ps6-comments - University of Virginia - cs3102: Theory of...

Info iconThis preview shows pages 1–3. Sign up to view the full content.

View Full Document Right Arrow Icon
University of Virginia - cs3102: Theory of Computation Spring 2010 Problem Set 6 - Comments Problem 1: Asymptotic Notation. The way we advocated using asymptotic notation to de- scribe algorithm complexity in Classes 22 and 23 is different from how Sipser uses it in Sec- tion 7.1. Identify at least two ways in which Sispers use of the asymptotic operators differs from the way we advocated using them in class, and illustrate each with a specific example from Sipsers text. Answer. Sipsers book sometimes uses the asymptotic notations as sets, but sometimes as if they produce actual numbers. For example, “Each scan uses O ( n ) steps.” (p. 251). This is certainly easier than saying, “A function from the input size n to the number of steps used in each scan would be a member of O(n).”, but it is not strictly correct if we view the asymptotic operators are producing sets of functions. Sipser uses equality (e.g., f ( n ) = O ( n 3 ) ) to show a function is a member of a O ( g ( n )) class. In class, we advocated using set membership (e.g., f ( n ) O ( n 3 ) ) to clearly distinguish between the case where a function is a member of a set and the case where two sets are equal (e.g., O ( n ) O ( logn ) = O ( n ) ). Sipser uses O to analyze algorithms, when a tight Θ bound could be easily stated. For ex- ample, in the first example above, the number of steps is also known to be in Θ ( n ) . It is not incorrect to say it is in O ( n ) , but provides much less information than providing the tight bound. Problem 2: Asymptotic Propositions. For each sub-part below, state whether the statement is true , false , or unknown (where unknown means no one on Earth knows the answer, not just that you don’t know it!). Include a brief but convincing argument supporting your an- swer. a. Θ ( n log n ) O ( n 2 ) Answer. True . Intuitively, O ( n 2 ) is the set of all functions that grow no faster than n 2 , and Θ ( n log n ) is the set of functions that grow as fast as n log n . Since n log n grows slower than n 2 , Θ ( n log n ) is a proper subset of O ( n 2 ) . More formally, we will first show that Θ ( n log n ) O ( n 2 ) and then that the inclusion is proper. Recall from the definition of Θ that Θ ( n log n ) = Ω ( n log n ) O ( n log n ) . So, f ( n ) Θ ( n log n ) implies f ( n ) O ( n log n ) . By the definition of O this means that there exist positive numbers c , n 0 such that n n 0 , f ( n ) cn log n . For all n > 1 , n log n < n 2 . So, f ( n ) cn log n > cn 2 implies f ( n ) O ( n 2 ) . PS6C-1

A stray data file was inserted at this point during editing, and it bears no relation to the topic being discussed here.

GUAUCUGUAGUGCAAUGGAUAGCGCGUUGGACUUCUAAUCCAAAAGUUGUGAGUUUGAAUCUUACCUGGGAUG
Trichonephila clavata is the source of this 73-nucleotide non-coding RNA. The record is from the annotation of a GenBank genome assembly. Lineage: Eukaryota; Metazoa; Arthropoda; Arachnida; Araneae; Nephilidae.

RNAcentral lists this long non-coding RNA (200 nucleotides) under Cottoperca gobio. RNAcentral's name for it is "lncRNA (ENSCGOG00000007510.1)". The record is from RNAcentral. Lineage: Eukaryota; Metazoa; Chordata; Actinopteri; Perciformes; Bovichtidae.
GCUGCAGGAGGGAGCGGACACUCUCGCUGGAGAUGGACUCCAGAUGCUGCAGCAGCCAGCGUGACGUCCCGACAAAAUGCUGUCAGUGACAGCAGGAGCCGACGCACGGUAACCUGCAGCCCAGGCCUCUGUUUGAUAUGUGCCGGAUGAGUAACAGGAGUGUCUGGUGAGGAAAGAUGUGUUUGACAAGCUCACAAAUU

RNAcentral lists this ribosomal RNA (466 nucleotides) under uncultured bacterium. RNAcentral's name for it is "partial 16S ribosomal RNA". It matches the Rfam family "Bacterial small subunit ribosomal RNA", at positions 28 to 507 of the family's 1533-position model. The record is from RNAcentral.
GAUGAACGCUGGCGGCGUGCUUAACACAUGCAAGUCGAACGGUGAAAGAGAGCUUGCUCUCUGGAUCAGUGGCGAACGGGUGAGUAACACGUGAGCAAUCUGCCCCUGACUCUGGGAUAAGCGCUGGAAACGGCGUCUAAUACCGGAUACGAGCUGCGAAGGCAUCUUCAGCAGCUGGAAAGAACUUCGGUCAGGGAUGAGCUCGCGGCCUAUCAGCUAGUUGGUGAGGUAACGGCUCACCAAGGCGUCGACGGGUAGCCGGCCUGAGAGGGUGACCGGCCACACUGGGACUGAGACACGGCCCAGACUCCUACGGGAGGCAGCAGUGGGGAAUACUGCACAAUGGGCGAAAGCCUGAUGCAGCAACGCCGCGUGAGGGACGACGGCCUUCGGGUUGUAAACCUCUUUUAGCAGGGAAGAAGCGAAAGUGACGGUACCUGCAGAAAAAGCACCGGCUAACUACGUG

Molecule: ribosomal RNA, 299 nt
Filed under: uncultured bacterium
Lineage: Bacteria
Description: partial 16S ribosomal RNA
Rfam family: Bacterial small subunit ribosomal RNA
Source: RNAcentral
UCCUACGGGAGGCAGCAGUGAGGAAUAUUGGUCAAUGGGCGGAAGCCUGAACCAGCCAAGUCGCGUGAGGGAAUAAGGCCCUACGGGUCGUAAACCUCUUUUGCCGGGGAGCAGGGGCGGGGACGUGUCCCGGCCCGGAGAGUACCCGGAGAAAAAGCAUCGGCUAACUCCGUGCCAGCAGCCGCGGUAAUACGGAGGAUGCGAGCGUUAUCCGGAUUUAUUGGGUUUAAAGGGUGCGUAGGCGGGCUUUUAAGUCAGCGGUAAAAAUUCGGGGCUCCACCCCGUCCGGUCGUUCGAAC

Background image of page 1

Info iconThis preview has intentionally blurred sections. Sign up to view the full version.

View Full DocumentRight Arrow Icon
This proves Θ ( n log n ) O ( n 2 ) . To prove the inclusion is proper (that is, ), we need to identify some function that is in O ( n 2 ) but not in Θ ( n log n ) . One such function is f ( n ) = n 2 . This is obviously in O ( n 2 ) (choose c = 1, n 0 = 1 ), but is not in Θ ( n log n ) . b.
Background image of page 2
Image of page 3
This is the end of the preview. Sign up to access the rest of the document.

This document was uploaded on 11/29/2010.

Page1 / 5

ps6-comments - University of Virginia - cs3102: Theory of...

This preview shows document pages 1 - 3. Sign up to view the full document.

View Full Document Right Arrow Icon
Ask a homework question - tutors are online